Email Marketing: A CAN-SPAM Refresher
With less members coming into branches, credit unions are relying heavily on internet advertisements to increase business. But can a credit union send marketing emails to its members and non-members?
The answer is YES! Besides the NCUA, Truth in Savings Act, and Regulation Z advertising requirements, there are also some requirements set out by The Controlling the Assault of Non-Solicited Pornography and Marketing Act of 2003 (CAN-SPAM) for the credit union to follow.
The CAN-SPAM Act is a law that sets the rules for commercial email, including requirements for what emails must contain and the providing recipients the right to opt-out of future emails. Section 7704(a)(3) of the CAN-SPAM Act allows consumers to opt-out of receiving commercial e-mails. In order to exercise this right, CAN-SPAM requires credit unions sending commercial e-mails to include an “unsubscribe” link to be included in any marketing-type emails sent to members:
“(3) Inclusion of return address or comparable mechanism in commercial electronic mail
(A) In general
It is unlawful for any person to initiate the transmission to a protected computer of a commercial electronic mail message that does not contain a functioning return electronic mail address or other Internet-based mechanism, clearly and conspicuously displayed, that—
(i) a recipient may use to submit, in a manner specified in the message, a reply electronic mail message or other form of Internet-based communication requesting not to receive future commercial electronic mail messages from that sender at the electronic mail address where the message was received; and
(ii) remains capable of receiving such messages or communications for no less than 30 days after the transmission of the original message.”
The statue allows credit unions to send marketing emails to members but requires the ability for the member to opt-out of emails. The statute has few implementing regulations to clearly set forth the opt-out requirements.
Besides the ability to opt-out, section 7704(a) sets the requirements credit unions must follow when sending “commercial electronic messages.” CAN-SPAM sets forth limitations on emails including a prohibition against false or misleading header; a prohibition against deceptive subject headings; mandatory identifying an advertisement; and mandatory inclusion of a functioning electronic return address.
Section 7704(a)(5)(B) states that if the member has “given prior affirmative consent to receipt of the message,” the email does not need to include the requirements of section 7704(a)(5)(A), which include “clear and conspicuous identification that the message is an advertisement or solicitation and a valid physical postal address of the sender.”
This was further clarified in a FTC blog post, Candid Answers to CAN-SPAM Questions, which states:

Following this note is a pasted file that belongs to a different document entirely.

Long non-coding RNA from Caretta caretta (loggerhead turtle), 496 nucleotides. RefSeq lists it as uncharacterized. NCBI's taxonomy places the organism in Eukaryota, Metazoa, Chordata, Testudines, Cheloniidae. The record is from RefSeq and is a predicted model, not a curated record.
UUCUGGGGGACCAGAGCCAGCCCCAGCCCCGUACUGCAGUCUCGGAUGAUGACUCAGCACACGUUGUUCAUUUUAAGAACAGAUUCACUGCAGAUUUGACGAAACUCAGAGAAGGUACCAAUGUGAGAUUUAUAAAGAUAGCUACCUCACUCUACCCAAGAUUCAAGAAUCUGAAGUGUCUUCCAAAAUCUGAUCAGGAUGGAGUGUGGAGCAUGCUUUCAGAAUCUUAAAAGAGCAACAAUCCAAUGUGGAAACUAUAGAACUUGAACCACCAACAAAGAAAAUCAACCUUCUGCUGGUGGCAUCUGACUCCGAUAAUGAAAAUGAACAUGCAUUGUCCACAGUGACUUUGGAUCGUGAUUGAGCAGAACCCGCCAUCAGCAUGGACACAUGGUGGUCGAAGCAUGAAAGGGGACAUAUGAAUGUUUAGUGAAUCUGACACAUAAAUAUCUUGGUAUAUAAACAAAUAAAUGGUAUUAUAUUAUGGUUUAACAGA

“I plan to send commercial email to a list of people who have given prior affirmative consent to get messages from my company. So I don’t have to worry about complying with the CAN-SPAM Act’s commercial email requirements, right?
CHRISTOPHER: Wrong. If recipients have given their prior affirmative consent to get messages from you, you’re exempt from the requirement of identifying the message as an ad or solicitation – but that’s it. All other CAN-SPAM requirements still apply. Therefore, email to those people still has to include accurate header information and subject lines and a valid physical address. And you still must include information on how to opt out of receiving future email and honor opt-out requests promptly.”
If a member has opted-in to receiving emails, the CAN-SPAM requirements still apply for any commercial emails the credit union is sending, except the statute does not require the credit union to state that the email is an advertisement.
What about non-members?
This FTC blog post clarifies that “the CAN-SPAM Act doesn’t require initiators of commercial email to get recipients’ consent before sending them commercial email. In other words, there is no opt-in requirement. So, in general, as long as you follow the “initiator” requirements of the Act, you can send email until the recipient asks to opt out.” The statue allows credit unions to send marketing emails to potential members but requires the ability for the potential member to opt-out of emails. One thing to note is the possibility that addresses received belong to people who have already opted out of receiving email from the credit union.
CAN-SPAM has tough and potentially costly penalties for violations so the credit union may want to review these items and the FTC’s CAN-SPAM Act: A Compliance Guide For Business carefully.